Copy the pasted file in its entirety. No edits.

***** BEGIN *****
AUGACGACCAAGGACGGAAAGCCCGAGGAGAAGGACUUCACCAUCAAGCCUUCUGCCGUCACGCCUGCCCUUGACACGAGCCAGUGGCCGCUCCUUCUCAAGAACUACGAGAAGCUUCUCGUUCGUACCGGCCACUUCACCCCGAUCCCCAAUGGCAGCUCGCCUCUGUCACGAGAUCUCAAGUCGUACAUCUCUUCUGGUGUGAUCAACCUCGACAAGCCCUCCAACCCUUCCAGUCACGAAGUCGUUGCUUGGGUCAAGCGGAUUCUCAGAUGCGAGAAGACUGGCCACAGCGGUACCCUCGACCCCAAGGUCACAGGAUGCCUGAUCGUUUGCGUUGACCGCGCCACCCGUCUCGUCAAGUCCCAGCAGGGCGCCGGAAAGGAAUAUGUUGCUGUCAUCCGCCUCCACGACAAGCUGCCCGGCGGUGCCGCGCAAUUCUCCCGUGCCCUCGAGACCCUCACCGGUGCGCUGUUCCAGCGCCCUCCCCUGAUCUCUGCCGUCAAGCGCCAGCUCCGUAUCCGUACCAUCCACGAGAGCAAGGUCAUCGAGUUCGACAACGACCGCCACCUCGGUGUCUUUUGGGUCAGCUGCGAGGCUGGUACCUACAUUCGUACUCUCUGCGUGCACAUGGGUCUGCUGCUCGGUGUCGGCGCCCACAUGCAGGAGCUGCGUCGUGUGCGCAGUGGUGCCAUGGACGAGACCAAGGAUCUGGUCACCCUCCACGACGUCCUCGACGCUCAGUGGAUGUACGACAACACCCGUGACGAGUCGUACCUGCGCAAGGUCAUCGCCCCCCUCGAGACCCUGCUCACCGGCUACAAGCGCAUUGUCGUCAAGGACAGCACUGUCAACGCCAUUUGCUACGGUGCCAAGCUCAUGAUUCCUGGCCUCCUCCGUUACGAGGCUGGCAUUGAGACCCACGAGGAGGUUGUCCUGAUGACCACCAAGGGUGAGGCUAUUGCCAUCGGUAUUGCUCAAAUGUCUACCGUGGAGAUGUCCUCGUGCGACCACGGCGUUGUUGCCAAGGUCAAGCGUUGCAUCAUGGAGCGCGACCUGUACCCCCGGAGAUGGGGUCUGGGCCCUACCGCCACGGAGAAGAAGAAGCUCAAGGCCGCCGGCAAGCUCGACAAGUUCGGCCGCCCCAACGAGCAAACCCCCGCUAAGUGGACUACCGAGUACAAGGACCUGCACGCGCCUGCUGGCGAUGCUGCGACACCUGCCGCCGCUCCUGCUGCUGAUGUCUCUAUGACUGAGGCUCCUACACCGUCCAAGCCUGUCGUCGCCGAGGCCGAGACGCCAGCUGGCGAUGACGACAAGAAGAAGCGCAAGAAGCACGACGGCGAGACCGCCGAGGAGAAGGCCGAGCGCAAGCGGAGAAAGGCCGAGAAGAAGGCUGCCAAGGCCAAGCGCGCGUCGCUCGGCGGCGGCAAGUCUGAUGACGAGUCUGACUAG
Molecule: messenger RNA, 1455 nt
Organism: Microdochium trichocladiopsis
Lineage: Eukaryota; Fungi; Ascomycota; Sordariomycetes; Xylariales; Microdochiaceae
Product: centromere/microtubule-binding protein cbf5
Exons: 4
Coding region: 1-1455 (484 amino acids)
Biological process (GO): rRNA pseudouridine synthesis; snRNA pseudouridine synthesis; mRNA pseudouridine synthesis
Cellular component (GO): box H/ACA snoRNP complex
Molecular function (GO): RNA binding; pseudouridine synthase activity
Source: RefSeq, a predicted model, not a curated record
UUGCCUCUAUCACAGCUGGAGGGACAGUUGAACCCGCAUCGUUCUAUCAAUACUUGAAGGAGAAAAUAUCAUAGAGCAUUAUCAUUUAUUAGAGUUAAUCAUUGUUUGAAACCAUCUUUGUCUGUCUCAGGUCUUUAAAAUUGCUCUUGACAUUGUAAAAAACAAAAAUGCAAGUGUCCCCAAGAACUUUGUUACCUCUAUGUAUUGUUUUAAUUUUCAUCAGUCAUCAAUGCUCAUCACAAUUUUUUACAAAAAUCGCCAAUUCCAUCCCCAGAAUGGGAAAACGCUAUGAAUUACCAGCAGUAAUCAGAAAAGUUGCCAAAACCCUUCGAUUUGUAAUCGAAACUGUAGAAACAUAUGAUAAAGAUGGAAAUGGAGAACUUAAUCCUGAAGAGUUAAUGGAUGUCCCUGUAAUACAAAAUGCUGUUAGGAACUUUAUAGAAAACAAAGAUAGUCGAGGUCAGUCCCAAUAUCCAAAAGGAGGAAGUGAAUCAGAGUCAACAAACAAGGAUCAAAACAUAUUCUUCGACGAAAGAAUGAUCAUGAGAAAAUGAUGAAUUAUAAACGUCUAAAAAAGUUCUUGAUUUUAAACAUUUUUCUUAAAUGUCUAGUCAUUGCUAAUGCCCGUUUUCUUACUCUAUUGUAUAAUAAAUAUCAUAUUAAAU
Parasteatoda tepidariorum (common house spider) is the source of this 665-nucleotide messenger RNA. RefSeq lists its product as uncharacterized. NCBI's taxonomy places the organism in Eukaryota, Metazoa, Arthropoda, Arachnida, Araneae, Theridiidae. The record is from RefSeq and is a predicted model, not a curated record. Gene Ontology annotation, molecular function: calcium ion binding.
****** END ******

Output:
AUGACGACCAAGGACGGAAAGCCCGAGGAGAAGGACUUCACCAUCAAGCCUUCUGCCGUCACGCCUGCCCUUGACACGAGCCAGUGGCCGCUCCUUCUCAAGAACUACGAGAAGCUUCUCGUUCGUACCGGCCACUUCACCCCGAUCCCCAAUGGCAGCUCGCCUCUGUCACGAGAUCUCAAGUCGUACAUCUCUUCUGGUGUGAUCAACCUCGACAAGCCCUCCAACCCUUCCAGUCACGAAGUCGUUGCUUGGGUCAAGCGGAUUCUCAGAUGCGAGAAGACUGGCCACAGCGGUACCCUCGACCCCAAGGUCACAGGAUGCCUGAUCGUUUGCGUUGACCGCGCCACCCGUCUCGUCAAGUCCCAGCAGGGCGCCGGAAAGGAAUAUGUUGCUGUCAUCCGCCUCCACGACAAGCUGCCCGGCGGUGCCGCGCAAUUCUCCCGUGCCCUCGAGACCCUCACCGGUGCGCUGUUCCAGCGCCCUCCCCUGAUCUCUGCCGUCAAGCGCCAGCUCCGUAUCCGUACCAUCCACGAGAGCAAGGUCAUCGAGUUCGACAACGACCGCCACCUCGGUGUCUUUUGGGUCAGCUGCGAGGCUGGUACCUACAUUCGUACUCUCUGCGUGCACAUGGGUCUGCUGCUCGGUGUCGGCGCCCACAUGCAGGAGCUGCGUCGUGUGCGCAGUGGUGCCAUGGACGAGACCAAGGAUCUGGUCACCCUCCACGACGUCCUCGACGCUCAGUGGAUGUACGACAACACCCGUGACGAGUCGUACCUGCGCAAGGUCAUCGCCCCCCUCGAGACCCUGCUCACCGGCUACAAGCGCAUUGUCGUCAAGGACAGCACUGUCAACGCCAUUUGCUACGGUGCCAAGCUCAUGAUUCCUGGCCUCCUCCGUUACGAGGCUGGCAUUGAGACCCACGAGGAGGUUGUCCUGAUGACCACCAAGGGUGAGGCUAUUGCCAUCGGUAUUGCUCAAAUGUCUACCGUGGAGAUGUCCUCGUGCGACCACGGCGUUGUUGCCAAGGUCAAGCGUUGCAUCAUGGAGCGCGACCUGUACCCCCGGAGAUGGGGUCUGGGCCCUACCGCCACGGAGAAGAAGAAGCUCAAGGCCGCCGGCAAGCUCGACAAGUUCGGCCGCCCCAACGAGCAAACCCCCGCUAAGUGGACUACCGAGUACAAGGACCUGCACGCGCCUGCUGGCGAUGCUGCGACACCUGCCGCCGCUCCUGCUGCUGAUGUCUCUAUGACUGAGGCUCCUACACCGUCCAAGCCUGUCGUCGCCGAGGCCGAGACGCCAGCUGGCGAUGACGACAAGAAGAAGCGCAAGAAGCACGACGGCGAGACCGCCGAGGAGAAGGCCGAGCGCAAGCGGAGAAAGGCCGAGAAGAAGGCUGCCAAGGCCAAGCGCGCGUCGCUCGGCGGCGGCAAGUCUGAUGACGAGUCUGACUAG
Molecule: messenger RNA, 1455 nt
Organism: Microdochium trichocladiopsis
Lineage: Eukaryota; Fungi; Ascomycota; Sordariomycetes; Xylariales; Microdochiaceae
Product: centromere/microtubule-binding protein cbf5
Exons: 4
Coding region: 1-1455 (484 amino acids)
Biological process (GO): rRNA pseudouridine synthesis; snRNA pseudouridine synthesis; mRNA pseudouridine synthesis
Cellular component (GO): box H/ACA snoRNP complex
Molecular function (GO): RNA binding; pseudouridine synthase activity
Source: RefSeq, a predicted model, not a curated record
UUGCCUCUAUCACAGCUGGAGGGACAGUUGAACCCGCAUCGUUCUAUCAAUACUUGAAGGAGAAAAUAUCAUAGAGCAUUAUCAUUUAUUAGAGUUAAUCAUUGUUUGAAACCAUCUUUGUCUGUCUCAGGUCUUUAAAAUUGCUCUUGACAUUGUAAAAAACAAAAAUGCAAGUGUCCCCAAGAACUUUGUUACCUCUAUGUAUUGUUUUAAUUUUCAUCAGUCAUCAAUGCUCAUCACAAUUUUUUACAAAAAUCGCCAAUUCCAUCCCCAGAAUGGGAAAACGCUAUGAAUUACCAGCAGUAAUCAGAAAAGUUGCCAAAACCCUUCGAUUUGUAAUCGAAACUGUAGAAACAUAUGAUAAAGAUGGAAAUGGAGAACUUAAUCCUGAAGAGUUAAUGGAUGUCCCUGUAAUACAAAAUGCUGUUAGGAACUUUAUAGAAAACAAAGAUAGUCGAGGUCAGUCCCAAUAUCCAAAAGGAGGAAGUGAAUCAGAGUCAACAAACAAGGAUCAAAACAUAUUCUUCGACGAAAGAAUGAUCAUGAGAAAAUGAUGAAUUAUAAACGUCUAAAAAAGUUCUUGAUUUUAAACAUUUUUCUUAAAUGUCUAGUCAUUGCUAAUGCCCGUUUUCUUACUCUAUUGUAUAAUAAAUAUCAUAUUAAAU
Parasteatoda tepidariorum (common house spider) is the source of this 665-nucleotide messenger RNA. RefSeq lists its product as uncharacterized. NCBI's taxonomy places the organism in Eukaryota, Metazoa, Arthropoda, Arachnida, Araneae, Theridiidae. The record is from RefSeq and is a predicted model, not a curated record. Gene Ontology annotation, molecular function: calcium ion binding.